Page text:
Overprotected and Underserved: The Influence of Law on Young People’s Access to Sexual & Reproductive Health in Indonesia


Youth in Indonesia are faced with challenges when it comes to accessing sexual reproductive health and rights. Particularly unmarried youth are marred with barriers and restrictions in accessing sexual and reproductive health services. Hence, IPPF ESEAOR commissioned a study in Indonesia specifically to determine the impact of law on youth’s access to sexual and reproductive health services in Indonesia. This study found that several laws and regulations directly affect youth’s access to SRH services in Indonesia; in particular, laws regulating access to contraceptives and abortion services. Articles 72 and 78 of the Health Law, as well as Articles 21, 24 and 25 of the Population and Family Development Law provide that contraceptives and family-planning services are intended for legally married couples.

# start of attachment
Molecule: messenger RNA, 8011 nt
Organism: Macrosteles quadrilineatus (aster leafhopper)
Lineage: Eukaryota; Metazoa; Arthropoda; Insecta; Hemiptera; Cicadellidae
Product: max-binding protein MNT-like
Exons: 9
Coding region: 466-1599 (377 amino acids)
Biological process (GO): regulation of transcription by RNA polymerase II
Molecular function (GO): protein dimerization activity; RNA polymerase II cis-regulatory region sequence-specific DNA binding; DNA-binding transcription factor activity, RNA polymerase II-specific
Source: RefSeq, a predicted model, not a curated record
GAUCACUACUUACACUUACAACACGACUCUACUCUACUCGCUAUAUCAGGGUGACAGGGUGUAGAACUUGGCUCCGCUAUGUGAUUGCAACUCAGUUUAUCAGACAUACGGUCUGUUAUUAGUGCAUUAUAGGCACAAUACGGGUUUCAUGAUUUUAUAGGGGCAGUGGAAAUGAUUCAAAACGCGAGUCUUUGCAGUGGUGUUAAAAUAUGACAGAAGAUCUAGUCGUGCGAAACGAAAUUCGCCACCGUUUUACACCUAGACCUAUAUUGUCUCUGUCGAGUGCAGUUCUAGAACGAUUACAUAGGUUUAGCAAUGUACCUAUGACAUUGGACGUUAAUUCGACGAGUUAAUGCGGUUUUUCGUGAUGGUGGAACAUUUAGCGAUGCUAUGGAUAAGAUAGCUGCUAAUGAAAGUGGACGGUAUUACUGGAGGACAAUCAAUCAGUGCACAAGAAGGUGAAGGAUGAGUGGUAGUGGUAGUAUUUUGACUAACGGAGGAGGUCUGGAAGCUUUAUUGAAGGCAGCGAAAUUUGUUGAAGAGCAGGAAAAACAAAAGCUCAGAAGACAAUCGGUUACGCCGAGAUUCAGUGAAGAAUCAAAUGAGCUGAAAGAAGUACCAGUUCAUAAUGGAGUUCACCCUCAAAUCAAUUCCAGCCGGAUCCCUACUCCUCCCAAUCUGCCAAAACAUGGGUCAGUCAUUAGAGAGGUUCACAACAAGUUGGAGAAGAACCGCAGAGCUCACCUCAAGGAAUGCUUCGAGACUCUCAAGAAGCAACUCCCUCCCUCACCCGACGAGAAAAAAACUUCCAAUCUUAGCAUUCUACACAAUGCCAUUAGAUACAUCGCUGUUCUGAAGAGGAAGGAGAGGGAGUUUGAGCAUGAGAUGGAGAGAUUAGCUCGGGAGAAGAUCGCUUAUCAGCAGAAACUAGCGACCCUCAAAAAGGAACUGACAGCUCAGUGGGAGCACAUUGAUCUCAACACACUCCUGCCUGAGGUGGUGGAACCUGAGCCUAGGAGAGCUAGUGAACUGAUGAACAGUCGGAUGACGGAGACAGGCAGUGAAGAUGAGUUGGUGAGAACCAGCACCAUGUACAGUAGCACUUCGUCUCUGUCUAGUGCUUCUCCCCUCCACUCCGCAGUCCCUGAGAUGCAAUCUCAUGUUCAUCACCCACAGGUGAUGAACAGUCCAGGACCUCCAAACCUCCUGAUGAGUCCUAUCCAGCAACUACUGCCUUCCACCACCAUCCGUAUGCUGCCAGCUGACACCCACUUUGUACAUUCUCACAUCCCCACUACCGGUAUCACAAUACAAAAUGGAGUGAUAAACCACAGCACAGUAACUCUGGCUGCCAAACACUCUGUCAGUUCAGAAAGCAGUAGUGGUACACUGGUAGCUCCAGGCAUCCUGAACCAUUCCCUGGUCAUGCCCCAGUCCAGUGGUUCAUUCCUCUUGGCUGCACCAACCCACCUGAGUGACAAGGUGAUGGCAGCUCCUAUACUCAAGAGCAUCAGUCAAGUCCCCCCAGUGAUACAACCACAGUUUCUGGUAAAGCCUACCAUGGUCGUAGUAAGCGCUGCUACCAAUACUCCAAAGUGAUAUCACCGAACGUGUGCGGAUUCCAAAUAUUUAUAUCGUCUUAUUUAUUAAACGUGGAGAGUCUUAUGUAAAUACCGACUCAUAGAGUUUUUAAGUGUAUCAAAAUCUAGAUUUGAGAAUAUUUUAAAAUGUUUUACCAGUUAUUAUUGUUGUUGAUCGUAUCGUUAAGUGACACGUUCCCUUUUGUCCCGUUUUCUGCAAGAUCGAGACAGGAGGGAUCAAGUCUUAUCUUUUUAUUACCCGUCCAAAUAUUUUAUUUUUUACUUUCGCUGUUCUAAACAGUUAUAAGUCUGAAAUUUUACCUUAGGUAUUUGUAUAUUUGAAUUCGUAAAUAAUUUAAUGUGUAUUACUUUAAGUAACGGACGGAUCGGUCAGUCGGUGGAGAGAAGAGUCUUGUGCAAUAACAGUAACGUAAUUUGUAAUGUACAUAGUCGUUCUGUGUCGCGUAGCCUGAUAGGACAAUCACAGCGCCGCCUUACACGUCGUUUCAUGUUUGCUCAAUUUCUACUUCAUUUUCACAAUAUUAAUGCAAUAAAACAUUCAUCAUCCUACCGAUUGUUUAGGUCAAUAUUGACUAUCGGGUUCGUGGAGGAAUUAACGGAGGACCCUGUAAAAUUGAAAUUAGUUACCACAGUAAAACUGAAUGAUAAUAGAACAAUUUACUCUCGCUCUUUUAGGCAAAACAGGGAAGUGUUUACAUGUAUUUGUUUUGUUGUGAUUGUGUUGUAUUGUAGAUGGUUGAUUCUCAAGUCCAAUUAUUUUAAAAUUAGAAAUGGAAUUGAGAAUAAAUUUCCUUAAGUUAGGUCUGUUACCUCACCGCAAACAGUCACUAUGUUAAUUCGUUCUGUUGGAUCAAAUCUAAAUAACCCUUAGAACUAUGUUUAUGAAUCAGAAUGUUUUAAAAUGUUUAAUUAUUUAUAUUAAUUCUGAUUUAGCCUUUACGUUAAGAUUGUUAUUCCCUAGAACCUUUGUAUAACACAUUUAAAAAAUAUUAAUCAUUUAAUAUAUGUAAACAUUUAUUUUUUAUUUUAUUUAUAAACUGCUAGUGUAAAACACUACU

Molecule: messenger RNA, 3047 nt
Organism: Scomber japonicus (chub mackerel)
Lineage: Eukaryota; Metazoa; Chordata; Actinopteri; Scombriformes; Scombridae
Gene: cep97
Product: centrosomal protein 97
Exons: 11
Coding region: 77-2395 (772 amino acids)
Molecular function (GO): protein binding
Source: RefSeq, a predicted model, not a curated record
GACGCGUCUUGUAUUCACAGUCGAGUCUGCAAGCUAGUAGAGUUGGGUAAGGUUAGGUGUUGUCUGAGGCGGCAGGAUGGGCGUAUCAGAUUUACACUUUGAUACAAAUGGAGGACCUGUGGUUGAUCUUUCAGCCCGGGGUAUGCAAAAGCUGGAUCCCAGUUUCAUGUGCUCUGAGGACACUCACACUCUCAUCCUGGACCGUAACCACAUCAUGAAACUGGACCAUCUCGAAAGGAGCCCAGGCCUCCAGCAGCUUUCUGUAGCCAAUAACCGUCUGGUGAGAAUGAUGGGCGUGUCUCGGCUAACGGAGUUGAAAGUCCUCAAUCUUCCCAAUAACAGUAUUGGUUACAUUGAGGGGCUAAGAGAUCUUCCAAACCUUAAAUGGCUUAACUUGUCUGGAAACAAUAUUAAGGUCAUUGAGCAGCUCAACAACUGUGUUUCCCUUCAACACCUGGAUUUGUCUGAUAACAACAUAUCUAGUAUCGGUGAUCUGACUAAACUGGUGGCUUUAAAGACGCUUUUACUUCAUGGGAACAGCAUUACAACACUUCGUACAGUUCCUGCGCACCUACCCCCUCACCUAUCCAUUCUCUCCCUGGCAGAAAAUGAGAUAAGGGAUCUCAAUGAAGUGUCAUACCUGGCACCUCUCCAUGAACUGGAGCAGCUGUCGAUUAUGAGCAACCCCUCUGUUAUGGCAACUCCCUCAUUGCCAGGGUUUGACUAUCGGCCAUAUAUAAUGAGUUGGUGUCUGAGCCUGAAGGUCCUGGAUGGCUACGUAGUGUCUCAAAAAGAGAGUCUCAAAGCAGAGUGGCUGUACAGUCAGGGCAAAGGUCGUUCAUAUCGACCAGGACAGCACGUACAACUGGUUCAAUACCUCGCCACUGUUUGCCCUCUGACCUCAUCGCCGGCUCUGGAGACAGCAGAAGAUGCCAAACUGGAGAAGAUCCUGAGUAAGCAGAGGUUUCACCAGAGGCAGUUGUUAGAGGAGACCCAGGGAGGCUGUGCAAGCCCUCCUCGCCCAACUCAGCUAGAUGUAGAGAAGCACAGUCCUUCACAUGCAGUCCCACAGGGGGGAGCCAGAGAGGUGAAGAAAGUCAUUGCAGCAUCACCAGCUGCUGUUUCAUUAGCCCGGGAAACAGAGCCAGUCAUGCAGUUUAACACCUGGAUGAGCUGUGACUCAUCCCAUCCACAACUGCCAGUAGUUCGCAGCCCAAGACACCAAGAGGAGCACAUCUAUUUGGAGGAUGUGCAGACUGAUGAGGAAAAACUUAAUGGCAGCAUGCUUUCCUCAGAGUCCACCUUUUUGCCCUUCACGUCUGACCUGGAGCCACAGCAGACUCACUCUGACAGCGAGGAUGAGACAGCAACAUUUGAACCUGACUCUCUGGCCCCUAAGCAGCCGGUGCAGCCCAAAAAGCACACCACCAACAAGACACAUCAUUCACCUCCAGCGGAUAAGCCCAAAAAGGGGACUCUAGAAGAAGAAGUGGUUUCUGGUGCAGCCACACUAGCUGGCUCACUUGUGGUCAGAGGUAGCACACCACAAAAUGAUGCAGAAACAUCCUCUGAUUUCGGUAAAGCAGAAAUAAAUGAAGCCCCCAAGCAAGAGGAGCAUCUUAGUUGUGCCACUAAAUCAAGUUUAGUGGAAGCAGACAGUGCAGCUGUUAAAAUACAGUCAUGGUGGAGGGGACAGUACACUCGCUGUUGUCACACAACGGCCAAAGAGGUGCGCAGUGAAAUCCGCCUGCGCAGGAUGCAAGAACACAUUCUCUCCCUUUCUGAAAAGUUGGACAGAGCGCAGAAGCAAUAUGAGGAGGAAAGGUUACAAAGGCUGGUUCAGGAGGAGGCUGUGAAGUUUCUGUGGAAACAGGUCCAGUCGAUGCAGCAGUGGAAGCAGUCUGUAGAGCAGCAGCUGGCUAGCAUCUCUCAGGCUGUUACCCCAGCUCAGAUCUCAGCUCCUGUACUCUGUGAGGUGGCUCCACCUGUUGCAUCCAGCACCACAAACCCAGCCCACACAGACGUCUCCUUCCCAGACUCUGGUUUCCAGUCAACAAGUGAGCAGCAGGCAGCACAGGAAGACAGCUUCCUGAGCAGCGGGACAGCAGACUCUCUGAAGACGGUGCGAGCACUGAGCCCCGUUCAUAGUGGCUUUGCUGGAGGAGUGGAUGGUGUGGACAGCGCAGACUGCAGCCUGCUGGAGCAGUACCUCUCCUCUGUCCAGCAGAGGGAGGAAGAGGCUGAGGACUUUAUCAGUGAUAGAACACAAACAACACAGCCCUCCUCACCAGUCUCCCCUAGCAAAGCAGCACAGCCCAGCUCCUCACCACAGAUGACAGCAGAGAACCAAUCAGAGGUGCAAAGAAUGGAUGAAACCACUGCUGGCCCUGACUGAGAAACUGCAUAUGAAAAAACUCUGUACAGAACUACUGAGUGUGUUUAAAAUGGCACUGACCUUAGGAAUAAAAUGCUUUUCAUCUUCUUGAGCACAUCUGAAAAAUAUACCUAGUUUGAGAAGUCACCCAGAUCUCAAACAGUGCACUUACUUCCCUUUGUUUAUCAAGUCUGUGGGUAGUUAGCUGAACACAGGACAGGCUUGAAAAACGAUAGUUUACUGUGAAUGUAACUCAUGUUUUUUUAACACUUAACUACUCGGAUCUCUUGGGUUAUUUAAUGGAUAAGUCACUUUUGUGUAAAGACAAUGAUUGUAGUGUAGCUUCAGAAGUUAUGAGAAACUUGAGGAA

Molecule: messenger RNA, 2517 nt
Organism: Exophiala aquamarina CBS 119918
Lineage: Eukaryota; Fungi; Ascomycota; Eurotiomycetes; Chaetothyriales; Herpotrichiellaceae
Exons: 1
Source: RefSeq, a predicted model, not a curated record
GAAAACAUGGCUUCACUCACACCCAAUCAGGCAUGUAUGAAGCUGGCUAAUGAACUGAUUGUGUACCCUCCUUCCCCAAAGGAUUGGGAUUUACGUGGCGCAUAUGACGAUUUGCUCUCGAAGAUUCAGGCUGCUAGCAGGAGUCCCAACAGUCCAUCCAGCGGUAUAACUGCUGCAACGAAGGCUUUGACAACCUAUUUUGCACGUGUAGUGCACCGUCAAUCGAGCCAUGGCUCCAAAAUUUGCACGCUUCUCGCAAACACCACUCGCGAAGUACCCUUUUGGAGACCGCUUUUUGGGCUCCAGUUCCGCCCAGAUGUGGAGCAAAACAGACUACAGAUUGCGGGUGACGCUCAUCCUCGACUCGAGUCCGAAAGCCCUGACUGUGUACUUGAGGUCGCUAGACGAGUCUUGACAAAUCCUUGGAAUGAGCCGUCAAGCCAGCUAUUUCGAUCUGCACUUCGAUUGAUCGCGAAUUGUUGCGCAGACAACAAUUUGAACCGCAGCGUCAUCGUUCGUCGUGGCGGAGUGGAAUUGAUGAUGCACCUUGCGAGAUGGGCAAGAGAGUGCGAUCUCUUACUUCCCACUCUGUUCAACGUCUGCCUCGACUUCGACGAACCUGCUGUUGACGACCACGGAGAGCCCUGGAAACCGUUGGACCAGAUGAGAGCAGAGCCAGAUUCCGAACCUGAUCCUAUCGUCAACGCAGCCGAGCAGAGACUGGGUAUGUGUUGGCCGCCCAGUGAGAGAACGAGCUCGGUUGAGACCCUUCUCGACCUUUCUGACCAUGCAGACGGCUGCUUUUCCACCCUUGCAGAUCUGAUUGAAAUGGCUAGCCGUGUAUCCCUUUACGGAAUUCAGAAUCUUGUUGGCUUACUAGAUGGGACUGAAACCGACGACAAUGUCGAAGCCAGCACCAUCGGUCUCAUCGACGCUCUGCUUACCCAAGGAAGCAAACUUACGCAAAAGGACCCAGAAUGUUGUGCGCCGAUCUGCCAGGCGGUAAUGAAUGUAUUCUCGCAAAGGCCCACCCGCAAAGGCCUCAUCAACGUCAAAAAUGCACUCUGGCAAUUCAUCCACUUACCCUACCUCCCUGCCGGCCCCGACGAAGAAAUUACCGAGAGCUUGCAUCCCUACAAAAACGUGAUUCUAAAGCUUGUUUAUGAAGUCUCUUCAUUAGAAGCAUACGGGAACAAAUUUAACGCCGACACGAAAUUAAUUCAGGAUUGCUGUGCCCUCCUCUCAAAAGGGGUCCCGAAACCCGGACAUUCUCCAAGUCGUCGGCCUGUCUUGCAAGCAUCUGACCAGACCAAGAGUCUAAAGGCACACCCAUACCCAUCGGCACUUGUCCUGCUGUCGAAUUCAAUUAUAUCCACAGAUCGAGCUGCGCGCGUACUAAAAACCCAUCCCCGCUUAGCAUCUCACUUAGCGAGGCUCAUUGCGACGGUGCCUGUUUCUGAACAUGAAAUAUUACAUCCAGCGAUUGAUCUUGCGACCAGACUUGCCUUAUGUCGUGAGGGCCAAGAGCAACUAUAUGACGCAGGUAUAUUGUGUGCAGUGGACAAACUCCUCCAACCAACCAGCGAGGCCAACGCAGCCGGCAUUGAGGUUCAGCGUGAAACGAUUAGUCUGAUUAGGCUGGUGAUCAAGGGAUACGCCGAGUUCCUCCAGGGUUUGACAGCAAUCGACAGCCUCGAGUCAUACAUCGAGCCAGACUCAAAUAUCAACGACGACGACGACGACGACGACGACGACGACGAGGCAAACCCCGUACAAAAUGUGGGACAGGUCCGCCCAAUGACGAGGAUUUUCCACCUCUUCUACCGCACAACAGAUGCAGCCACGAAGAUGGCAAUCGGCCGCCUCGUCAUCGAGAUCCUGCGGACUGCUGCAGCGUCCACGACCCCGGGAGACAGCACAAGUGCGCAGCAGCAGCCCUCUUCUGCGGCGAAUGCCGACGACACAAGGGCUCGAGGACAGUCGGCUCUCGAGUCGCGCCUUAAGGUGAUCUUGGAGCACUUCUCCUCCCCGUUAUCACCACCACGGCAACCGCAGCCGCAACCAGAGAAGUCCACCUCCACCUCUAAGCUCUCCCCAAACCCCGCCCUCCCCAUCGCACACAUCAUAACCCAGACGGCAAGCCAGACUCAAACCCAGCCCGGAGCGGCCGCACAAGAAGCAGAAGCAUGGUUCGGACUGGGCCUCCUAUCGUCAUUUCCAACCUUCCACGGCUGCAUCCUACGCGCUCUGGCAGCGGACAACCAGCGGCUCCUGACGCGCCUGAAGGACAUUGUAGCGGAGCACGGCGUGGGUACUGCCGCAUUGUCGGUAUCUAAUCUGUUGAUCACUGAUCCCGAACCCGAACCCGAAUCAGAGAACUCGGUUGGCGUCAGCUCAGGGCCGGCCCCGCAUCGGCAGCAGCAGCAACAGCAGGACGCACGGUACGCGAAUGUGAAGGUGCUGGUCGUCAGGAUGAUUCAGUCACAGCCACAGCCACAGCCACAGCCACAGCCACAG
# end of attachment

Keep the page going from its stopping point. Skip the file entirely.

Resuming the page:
This study explored youth’s and health service providers’ knowledge, perceptions and understanding of various areas of law; and how these affects young people’s access to sexual and reproductive health (SRH) services in Indonesia. To achieve these objectives, the researcher employed several methodological approaches, including a desk-based review of existing laws, regulations, and policies on SRH in Indonesia, as well as qualitative and quantitative methods of in-country primary data collection and analysis. The methodology for this research draws and expands upon a pilot multi-country study conducted by Coram International and the International Planned Parenthood Federation in El Salvador, Senegal, and the United Kingdom in 2012 - 2013.

IPPF ESEAOR and our Member Associations will use the evidence generated to inform our SRHR advocacy efforts. The analysis will be used with policymakers to advocate for changes to the legal system, to expand instead of restricting access, to all youth. The research will also guide the content of our youth programming, to address misunderstandings about SRHR and the law, and empower youth to advocate for a youth-friendly SRHR environment.